If the wheel is too powerful at that float stage, it can over-heat the battery. One solution is one you would like: use a standard battery charger (\$50 or less) from a hardware store that plugs into your electrical socket (i.e. runs on AC). If you go that route, you need a DC to AC inverter, available at the hardware store. You will lose watts by going to AC into this charger, and it then goes back to DC into the battery, not the best set-up when the wheel itself has a relatively minute wattage capacity to begin with.

A generator keeps the DC all the way into the battery; you lose a few watts only when converting the battery power (with an "inverter") to the AC water pump, unless you use a DC pump. Some people on solar or wind do that.

In the last update, a hand-held generator was shown that, at about 3 RPS, put out 90 watts at 5 volts (equal in force to 32 watts at 14 volts). This generator provides choices of volt output from 5 volts to, if I remember correctly, 15 volts. Charging 12-volt batteries needs about 14-15 volts. Your car alternator charges at about that voltage.

I'm not an expert in this field. I'm trying to show that this wheel system is doable, in case you have doubts or are totally unaware of the workings needed. I don't see why you can't use a car alternator to charge your battery, but inquire.

The wheel doesn't have a volt-level regulator, but you could install one, called a DC to DC converter (locate it between generator and battery). You can set the standard converter (small-size box) to a choice of volt outputs, but when you've set it to 14.5, it won't go the float requirement by itself. There are chargers self-regulating battery charge, which go to "float charge" all on their own. All solar and wind power systems use the float charge (absolutely necessary).

For a tribulation situation where the battery is needed for 1,260 days, and if you want to use it deeply daily, then this is important: "Depending on the manufacturer, the type of battery, its depth of discharge [= biggest spoiler usually], and the operating temperature, a battery’s cycle life can range from 500 to 8,000 cycles." That is, you can discharge and recharge it 500 times when you are doing a poor job of it, but more than 1,260 times when you are doing a mediocre job. It's do-able, but can't buy a battery today and use it 10 years from now. You buy it as close as possible to the 1,260 days. It can be kept on float for a few years without much incapacitation.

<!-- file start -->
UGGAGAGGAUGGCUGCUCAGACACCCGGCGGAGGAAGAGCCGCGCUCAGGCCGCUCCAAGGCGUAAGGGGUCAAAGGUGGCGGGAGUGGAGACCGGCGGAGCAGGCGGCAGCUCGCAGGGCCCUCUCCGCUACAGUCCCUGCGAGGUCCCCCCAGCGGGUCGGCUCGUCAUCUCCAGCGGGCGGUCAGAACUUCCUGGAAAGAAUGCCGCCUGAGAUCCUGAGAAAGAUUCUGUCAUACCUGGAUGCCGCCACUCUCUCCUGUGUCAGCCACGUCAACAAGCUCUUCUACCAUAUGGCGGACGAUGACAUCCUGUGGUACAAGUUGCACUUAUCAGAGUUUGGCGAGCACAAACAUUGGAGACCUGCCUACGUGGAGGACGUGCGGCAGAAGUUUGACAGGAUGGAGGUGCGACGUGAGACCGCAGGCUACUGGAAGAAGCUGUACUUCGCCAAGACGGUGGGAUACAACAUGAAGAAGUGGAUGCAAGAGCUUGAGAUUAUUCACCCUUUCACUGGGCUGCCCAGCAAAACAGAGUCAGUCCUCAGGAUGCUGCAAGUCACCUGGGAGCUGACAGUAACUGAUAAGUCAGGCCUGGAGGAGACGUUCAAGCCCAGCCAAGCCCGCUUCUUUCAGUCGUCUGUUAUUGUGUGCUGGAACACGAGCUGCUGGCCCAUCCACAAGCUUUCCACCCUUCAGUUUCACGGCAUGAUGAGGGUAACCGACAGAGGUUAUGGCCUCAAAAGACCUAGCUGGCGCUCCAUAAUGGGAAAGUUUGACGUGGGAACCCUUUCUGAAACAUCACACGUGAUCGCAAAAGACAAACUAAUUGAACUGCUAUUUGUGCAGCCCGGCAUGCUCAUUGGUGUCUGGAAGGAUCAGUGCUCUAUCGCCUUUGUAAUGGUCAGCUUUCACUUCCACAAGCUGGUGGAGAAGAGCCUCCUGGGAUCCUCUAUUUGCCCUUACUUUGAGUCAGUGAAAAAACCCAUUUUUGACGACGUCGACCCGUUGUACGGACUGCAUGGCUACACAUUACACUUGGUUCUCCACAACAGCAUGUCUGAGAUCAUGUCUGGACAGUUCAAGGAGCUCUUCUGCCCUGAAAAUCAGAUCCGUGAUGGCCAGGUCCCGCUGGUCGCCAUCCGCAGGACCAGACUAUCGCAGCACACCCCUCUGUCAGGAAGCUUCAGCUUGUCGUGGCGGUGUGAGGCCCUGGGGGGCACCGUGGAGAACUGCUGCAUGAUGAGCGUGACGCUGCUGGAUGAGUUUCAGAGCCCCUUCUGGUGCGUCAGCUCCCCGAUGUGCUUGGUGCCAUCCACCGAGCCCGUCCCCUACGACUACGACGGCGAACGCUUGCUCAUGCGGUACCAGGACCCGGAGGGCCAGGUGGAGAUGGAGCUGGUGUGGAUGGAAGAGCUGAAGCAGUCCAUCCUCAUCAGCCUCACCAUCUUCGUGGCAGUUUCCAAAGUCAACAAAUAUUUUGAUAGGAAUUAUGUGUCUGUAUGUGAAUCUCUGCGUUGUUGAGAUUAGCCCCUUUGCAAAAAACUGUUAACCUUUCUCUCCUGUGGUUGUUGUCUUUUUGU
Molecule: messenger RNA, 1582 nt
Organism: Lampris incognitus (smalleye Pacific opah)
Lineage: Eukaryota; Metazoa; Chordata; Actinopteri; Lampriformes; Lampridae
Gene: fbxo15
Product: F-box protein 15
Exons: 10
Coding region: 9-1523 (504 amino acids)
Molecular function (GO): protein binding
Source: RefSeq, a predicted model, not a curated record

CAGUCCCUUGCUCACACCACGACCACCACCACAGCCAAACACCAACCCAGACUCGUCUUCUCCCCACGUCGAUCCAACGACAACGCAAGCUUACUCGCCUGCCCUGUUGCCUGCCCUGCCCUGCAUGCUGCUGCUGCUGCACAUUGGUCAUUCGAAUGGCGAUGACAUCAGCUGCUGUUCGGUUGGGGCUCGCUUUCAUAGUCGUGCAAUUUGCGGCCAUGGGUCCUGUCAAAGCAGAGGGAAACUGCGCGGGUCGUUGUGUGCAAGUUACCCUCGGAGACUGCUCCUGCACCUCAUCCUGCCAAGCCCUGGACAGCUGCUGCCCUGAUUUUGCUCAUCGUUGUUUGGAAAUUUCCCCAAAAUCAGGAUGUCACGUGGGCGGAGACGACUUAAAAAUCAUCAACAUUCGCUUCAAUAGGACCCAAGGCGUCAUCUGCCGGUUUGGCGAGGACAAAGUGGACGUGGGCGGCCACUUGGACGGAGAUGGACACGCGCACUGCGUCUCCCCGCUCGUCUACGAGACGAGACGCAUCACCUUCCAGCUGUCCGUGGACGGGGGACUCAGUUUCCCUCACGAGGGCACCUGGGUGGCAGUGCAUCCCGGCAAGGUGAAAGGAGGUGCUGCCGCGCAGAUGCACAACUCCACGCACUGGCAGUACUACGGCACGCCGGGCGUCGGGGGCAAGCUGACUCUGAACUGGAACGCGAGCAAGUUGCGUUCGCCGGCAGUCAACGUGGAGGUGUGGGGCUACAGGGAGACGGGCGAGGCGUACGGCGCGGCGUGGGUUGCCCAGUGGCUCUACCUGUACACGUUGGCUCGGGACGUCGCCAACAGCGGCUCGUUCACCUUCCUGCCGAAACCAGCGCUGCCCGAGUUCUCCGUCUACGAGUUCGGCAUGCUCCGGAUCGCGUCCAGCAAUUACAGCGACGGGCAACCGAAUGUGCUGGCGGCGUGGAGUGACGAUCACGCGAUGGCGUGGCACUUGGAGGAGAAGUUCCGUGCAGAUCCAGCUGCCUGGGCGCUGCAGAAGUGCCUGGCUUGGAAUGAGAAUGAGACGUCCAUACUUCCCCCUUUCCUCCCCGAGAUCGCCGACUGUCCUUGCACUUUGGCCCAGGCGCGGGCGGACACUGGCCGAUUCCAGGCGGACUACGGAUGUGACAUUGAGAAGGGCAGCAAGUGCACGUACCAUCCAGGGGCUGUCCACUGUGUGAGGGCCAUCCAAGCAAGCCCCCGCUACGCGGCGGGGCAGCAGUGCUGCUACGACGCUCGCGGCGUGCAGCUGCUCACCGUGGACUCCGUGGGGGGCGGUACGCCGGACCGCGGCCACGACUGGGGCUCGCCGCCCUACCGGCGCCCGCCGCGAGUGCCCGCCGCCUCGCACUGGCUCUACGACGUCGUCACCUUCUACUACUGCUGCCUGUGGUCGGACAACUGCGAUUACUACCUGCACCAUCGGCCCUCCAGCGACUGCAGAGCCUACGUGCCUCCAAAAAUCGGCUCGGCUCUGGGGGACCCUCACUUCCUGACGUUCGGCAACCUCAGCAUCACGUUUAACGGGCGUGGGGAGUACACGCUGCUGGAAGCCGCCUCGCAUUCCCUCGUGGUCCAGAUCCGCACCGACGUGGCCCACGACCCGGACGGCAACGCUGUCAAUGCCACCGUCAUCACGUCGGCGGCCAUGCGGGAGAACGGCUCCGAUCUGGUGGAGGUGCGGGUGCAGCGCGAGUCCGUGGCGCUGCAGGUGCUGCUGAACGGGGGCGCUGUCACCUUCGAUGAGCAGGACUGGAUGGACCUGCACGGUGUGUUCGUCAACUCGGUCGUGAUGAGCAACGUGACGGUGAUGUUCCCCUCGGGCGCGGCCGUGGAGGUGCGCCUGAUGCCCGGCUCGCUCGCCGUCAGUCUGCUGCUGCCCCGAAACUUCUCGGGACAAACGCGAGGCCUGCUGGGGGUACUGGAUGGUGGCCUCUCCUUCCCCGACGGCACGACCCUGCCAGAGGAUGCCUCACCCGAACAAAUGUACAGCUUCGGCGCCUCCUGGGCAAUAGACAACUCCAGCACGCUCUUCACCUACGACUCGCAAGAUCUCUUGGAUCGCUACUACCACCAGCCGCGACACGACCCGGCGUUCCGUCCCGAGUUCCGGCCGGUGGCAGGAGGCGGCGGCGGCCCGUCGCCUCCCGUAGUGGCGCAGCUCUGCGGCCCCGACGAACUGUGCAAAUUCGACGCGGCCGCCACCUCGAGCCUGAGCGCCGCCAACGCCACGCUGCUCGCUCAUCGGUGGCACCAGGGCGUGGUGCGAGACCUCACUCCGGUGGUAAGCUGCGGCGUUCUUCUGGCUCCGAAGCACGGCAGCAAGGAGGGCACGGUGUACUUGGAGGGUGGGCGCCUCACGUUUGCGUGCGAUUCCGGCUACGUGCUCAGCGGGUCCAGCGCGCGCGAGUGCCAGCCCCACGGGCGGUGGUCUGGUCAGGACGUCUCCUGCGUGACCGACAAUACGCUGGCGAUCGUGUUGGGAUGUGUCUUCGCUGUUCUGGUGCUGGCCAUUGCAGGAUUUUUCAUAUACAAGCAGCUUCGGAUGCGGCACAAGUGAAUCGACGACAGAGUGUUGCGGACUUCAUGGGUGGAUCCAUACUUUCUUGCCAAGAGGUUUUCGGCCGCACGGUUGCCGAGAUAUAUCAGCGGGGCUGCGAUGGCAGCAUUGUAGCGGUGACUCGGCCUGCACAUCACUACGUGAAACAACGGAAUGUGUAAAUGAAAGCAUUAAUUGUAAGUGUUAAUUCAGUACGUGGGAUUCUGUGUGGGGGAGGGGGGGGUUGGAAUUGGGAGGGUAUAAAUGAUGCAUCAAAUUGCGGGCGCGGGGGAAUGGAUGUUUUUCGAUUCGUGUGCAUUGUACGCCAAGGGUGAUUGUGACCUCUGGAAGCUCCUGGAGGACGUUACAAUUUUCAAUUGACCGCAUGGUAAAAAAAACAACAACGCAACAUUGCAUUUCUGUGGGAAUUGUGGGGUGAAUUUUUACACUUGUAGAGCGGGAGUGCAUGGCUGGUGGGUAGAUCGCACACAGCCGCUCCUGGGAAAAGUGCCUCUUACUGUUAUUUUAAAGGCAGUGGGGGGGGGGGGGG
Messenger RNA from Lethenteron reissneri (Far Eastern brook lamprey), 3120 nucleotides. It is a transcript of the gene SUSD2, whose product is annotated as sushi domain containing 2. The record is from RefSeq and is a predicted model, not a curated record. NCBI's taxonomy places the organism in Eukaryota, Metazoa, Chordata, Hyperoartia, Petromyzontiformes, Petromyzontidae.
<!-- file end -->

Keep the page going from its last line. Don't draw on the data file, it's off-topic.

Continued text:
So far, I see no major obstacles to using a perpetual motion machine. If you want to try a six- or eight-foot wide wheel with 4-inch plastic tubing filled with water, go for it. The volume of a tube: pi x radius x radius x length. A 4-inch PVC tube: 3.14 x 2 x 2 x 36 inches = 452 cubic inches, though we can fill only half the tube maximum (or the wheel is counter-productive), which is 226 cubic inches, or 226 / 231 = .98 U.S. gallon (= 231 cubic inches). That's 8.3 pounds! I'm seeing mega-watts, maybe enough for a couple of pieces of hot toast once in a while.

Four-inch PVC pipe comes in thin-walled, very light, but as there's a question on whether it will become ruined over time, have some back-up, perhaps the heavy-walled type. It's your water-supply life-line; spending extra on 24 feet of pipe (does eight spokes) is a good insurance policy. These 36-inch tubes makes the wheel 8 feet in diameter; see my design in the last update (sorry, no drawings).

Aside from these tubes, the weight of an 8-foot wheel consists of four pieces (spokes) of 8-foot long, good-grade (straight, dried, won't warp later)) wood, and the water/mercury. That's all. It all sits on a good-quality axle. The only friction is from the wood, because we don't count the friction caused by the weight of liquid, because it's what makes the wheel turn perpetually, and thus it defeats its own friction. If you are using a large wheel, pay good dollars for a highly-frictionless axle. Bearings have friction ratings. See "bearing" last update for two types that can apply to this "machine." See last section in the last update for how to build the wheel, but use stronger than 1" x 6" wood if you are using heavy liquid weights, and consider strips of aluminum "angle-iron" attached to the wood spokes to keep them straight, if needed.

NEXT UPDATE